Thursday, January 26, 2012

Field Notes 1.26.12

A short trip to Riverwood Pond in northwest Alamosa to see new ducks on the open water.   We saw  eight common mergansers.  We watched a male and two females swimming together.  

Monday, January 16, 2012

Field Notes 1/16/2012

Great Sand Dunes National Park-- a windy and cloudy day.  On the Mosca road by the San Luis Lakes we saw the golden eagle that we have seen before--flying low and being mobbed by two ravens.  At the dunes we walked through the picnic grounds and saw nary a thing.  We headed up to the campground and saw several dark-eyed juncos, a spotted towhee under pinon pines and a flock  of American robins flying overhead.

Looking to get out of the wind we hiked up Mosca Pass and heard a woodpecker but Diane saw only a flash of wings.  On the drive home we spotted a red-tailed hawk and a northern harrier. 

Back in Alamosa we checked out Riverwood Pond on which were swimming several Canada geese and two common golden-eyes.

Sunday, January 15, 2012

Field Notes 1/14/20012

The  Monte Vista  Bird Watching Loop—Monte Vista NWR, Monte Vista Cemetery, Home Lake and Rio Grande SWA. On County Road 8 heading west we saw a bald eagle and a red-tailed hawk.  At the refuge a bald eagle was perched in the line of trees south of the headquarters.  The auto route yielded a surprise - a herd of about 50 elk.  At the cemetery we saw our friends the magpies and a northern flicker.  At Home Lake a solitary great blue heron stood on the ice and a song sparrow flew across  the ditch.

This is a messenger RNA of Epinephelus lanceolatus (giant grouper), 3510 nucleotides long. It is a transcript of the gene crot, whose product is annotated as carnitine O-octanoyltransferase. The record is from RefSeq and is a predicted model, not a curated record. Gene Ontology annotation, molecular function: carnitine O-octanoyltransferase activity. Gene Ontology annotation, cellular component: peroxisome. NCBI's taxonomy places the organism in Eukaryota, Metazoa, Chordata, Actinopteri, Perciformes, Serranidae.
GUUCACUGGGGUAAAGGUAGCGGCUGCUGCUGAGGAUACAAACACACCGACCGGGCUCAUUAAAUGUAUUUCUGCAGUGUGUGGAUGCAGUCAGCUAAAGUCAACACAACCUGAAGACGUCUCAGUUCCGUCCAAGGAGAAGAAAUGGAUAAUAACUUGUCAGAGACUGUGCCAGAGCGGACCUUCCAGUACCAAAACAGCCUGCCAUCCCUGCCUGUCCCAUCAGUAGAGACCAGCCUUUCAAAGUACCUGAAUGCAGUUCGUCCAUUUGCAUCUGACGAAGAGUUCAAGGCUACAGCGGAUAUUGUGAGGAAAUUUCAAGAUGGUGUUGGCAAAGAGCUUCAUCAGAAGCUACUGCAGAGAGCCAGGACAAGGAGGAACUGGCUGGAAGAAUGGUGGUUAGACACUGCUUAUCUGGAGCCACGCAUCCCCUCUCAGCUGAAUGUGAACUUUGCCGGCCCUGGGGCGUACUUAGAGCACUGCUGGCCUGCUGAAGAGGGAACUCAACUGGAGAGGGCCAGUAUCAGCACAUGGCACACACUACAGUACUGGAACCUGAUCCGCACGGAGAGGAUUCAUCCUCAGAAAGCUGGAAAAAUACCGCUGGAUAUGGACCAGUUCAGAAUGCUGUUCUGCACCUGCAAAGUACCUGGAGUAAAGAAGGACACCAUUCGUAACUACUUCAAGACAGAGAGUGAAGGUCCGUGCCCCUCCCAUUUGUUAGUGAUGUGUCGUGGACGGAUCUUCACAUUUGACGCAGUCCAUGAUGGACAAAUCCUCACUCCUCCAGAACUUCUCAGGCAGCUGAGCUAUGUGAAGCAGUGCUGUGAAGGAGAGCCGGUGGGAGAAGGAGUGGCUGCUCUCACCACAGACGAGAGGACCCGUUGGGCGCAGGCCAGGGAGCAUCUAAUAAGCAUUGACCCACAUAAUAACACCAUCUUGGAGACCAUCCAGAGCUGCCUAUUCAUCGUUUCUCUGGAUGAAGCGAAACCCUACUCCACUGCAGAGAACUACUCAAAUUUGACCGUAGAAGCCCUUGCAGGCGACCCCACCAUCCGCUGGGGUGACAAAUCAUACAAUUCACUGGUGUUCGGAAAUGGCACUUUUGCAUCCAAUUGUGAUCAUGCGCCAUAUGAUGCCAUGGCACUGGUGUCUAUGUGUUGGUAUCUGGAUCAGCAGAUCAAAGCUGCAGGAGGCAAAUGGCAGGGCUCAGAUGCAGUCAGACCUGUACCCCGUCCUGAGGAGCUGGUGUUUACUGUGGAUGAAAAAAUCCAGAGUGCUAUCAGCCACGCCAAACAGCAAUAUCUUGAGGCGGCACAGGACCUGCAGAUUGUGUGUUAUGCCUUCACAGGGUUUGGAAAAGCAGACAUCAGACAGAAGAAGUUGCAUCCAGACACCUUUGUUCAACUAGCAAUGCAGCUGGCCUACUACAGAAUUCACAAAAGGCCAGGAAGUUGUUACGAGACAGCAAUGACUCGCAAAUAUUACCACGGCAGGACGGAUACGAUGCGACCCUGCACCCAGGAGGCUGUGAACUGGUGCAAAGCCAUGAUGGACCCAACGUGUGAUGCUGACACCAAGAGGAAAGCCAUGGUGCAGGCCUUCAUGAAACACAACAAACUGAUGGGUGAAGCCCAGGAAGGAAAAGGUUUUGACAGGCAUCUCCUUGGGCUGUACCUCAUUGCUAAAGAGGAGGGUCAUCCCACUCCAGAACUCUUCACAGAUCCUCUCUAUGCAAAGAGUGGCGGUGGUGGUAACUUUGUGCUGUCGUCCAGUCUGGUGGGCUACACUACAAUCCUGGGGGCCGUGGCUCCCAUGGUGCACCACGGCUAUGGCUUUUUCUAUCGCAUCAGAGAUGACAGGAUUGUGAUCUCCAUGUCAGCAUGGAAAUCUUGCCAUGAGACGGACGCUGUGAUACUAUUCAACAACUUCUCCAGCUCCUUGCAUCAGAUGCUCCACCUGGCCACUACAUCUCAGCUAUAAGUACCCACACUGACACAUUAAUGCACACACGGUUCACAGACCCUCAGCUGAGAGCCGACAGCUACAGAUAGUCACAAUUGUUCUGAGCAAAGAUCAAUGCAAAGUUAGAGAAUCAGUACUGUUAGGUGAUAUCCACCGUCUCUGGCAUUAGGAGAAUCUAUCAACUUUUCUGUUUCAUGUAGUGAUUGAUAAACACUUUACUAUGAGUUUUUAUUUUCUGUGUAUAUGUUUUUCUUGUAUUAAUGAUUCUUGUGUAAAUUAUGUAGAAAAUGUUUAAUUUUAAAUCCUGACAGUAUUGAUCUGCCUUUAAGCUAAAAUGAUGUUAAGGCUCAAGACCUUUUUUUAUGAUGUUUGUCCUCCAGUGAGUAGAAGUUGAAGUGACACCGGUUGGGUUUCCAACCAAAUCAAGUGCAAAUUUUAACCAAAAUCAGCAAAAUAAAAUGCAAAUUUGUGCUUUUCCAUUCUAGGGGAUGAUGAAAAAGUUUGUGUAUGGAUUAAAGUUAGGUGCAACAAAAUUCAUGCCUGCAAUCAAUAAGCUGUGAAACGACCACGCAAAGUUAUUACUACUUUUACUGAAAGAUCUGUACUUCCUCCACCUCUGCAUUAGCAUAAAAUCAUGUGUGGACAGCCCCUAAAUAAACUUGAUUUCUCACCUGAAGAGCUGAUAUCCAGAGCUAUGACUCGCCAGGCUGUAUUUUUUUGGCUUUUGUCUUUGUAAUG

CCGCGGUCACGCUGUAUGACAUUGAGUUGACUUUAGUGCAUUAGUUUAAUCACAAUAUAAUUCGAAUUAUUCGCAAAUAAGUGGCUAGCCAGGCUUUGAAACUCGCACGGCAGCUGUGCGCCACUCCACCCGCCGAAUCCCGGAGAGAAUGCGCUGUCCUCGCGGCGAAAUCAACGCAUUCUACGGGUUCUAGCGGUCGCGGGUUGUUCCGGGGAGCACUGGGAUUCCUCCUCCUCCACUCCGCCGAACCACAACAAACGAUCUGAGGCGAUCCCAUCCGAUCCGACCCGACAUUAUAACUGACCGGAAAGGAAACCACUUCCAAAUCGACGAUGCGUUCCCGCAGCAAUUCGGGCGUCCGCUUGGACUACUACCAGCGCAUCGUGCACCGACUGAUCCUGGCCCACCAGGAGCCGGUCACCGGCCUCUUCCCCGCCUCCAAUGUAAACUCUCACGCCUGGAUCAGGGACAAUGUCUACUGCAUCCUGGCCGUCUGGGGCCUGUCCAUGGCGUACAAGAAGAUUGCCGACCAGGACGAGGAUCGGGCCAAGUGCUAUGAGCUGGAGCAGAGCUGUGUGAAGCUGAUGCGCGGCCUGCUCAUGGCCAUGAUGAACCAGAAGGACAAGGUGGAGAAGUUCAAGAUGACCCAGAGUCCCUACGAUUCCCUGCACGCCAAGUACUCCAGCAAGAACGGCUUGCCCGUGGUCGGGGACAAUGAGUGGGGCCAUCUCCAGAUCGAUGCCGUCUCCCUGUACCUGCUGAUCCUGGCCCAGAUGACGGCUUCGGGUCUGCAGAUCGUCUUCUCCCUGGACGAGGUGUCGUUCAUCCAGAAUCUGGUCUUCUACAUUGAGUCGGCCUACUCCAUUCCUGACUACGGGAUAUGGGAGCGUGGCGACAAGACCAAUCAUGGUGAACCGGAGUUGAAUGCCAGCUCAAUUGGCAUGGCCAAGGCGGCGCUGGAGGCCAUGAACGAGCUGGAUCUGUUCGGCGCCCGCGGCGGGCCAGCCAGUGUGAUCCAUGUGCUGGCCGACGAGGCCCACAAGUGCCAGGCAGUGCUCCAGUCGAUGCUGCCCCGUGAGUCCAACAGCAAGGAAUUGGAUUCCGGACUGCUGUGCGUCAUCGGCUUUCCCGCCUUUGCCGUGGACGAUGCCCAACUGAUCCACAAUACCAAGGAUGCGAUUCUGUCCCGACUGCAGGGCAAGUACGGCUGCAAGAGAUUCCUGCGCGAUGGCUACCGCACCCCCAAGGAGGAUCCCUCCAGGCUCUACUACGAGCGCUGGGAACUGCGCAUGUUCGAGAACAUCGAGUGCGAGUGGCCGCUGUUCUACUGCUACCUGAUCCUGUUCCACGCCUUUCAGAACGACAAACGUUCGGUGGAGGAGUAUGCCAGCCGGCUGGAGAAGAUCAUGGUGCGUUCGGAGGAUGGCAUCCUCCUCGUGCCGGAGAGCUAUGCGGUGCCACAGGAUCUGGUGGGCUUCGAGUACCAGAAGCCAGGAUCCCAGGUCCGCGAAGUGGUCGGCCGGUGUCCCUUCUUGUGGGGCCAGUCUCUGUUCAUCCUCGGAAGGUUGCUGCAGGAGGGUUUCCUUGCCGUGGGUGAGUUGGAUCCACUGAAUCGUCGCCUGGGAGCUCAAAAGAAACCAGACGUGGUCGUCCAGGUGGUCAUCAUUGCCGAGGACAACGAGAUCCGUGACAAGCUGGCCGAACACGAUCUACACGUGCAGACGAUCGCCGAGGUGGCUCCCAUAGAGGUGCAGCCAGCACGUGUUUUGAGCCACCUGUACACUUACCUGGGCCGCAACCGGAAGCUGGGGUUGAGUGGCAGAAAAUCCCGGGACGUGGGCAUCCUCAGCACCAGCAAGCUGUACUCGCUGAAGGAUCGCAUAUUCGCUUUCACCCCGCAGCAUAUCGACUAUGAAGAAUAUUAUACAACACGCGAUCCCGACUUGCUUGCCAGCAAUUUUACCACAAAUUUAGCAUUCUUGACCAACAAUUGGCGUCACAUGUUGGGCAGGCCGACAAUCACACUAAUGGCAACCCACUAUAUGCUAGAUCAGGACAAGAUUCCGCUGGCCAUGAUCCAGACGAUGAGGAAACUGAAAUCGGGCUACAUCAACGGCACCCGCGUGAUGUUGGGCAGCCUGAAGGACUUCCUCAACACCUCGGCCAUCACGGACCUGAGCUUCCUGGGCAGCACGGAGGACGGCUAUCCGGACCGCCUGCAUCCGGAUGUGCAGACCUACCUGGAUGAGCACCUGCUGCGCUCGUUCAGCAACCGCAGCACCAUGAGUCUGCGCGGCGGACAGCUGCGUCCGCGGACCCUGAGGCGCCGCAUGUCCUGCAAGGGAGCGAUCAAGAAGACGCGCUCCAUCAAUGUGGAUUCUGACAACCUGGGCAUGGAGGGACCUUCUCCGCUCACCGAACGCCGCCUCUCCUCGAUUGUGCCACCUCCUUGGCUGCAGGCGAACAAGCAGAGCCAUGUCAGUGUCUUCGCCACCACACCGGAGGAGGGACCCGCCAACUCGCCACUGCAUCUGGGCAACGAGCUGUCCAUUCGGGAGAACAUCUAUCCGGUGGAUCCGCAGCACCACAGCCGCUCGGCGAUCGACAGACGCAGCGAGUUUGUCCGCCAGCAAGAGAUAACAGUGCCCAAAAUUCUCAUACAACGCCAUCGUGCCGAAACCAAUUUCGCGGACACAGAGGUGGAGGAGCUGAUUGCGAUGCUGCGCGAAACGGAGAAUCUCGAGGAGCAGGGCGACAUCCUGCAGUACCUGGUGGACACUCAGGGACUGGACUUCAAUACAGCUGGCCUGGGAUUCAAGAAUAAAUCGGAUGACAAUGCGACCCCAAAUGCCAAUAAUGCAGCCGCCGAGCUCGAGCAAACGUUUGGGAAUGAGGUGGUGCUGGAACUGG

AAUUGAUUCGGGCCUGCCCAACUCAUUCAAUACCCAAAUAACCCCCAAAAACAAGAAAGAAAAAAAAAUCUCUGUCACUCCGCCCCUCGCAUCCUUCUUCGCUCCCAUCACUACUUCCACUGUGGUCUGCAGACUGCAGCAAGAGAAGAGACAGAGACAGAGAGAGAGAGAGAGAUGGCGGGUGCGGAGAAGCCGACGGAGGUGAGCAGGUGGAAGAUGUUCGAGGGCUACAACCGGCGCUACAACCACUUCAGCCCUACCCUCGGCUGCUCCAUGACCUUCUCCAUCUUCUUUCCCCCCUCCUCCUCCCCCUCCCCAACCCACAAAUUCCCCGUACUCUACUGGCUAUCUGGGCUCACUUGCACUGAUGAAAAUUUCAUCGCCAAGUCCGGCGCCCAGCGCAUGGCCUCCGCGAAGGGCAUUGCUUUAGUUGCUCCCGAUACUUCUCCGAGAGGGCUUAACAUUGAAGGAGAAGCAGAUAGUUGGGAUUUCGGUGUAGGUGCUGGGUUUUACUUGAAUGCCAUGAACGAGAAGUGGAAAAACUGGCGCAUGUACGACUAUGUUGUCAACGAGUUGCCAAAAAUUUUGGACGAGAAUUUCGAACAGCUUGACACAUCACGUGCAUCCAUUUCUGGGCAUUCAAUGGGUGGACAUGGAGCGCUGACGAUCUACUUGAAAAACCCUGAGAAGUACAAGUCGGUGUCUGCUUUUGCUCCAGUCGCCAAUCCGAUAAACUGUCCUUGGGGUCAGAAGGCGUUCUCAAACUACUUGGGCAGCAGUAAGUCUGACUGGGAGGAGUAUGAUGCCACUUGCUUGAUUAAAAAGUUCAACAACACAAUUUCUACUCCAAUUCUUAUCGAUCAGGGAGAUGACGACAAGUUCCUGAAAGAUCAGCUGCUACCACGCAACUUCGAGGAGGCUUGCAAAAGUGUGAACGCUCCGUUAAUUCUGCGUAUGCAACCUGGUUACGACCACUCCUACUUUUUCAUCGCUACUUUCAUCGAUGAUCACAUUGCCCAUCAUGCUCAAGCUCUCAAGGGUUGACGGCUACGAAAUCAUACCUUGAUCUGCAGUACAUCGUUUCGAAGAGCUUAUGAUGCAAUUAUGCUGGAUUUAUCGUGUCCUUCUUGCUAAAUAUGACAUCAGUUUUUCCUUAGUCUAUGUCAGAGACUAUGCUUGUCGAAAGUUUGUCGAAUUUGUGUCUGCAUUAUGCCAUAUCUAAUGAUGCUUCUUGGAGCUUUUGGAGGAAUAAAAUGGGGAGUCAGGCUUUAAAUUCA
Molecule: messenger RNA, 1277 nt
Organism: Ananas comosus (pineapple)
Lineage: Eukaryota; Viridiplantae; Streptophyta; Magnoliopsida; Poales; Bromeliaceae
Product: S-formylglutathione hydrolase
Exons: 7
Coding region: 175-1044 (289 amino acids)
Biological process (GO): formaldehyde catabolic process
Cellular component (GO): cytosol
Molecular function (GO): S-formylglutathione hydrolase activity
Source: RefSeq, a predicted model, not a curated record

Down the road at the state wildlife area and along the river we recorded a belted kingfisher, a red-breasted nuthatch, more magpies, a female downy woodpecker. A hawk soared to the north. Once again we caught a glimpse of an owl as it dived behind  the tree line - not enough to get an ID.  Diane saw a furry lump up in a tree—a porcupine.

Saturday, January 7, 2012

Field Notes 1/7/2012

We let the morning temperatures warm before starting out to the Blanca Wetlands.  Diane rode and I drove.  Near Splashland she spotted an American kestrel preening on a power pole.  East of Highway 17 a ted-tailed hawk sat high in a tree over a farmstead.  When we arrived at Blanca Wetlands, we spotted a large dark  bird flying to the north--probably a Golden Eagle.  As we walked near a frozen empty playa a small bird chirped and flitted into a bush. It was a song sparrow. We flushed a large brown bird, possibly a great horned owl, but it disappeared before we could make a positive identification.

At North Mallard Pond (an open water pond due to its artesian water source), a  great blue heron rose up and soared in the sky before landing. A duck took wing before we could get a good look. I thought it was a common goldeneye. Diane thought it might be a gadwall.

Leaving the wetlands we spotted a few LS’s (LS is a little bird that flits into the  bush  too quickly to identify -- as in a “little something.”)

Turning down country roads on the way home--scouting some future sites--we saw a common raven.

It was a good day—we learned that you will not identify every sighting but every sighting is a discovery.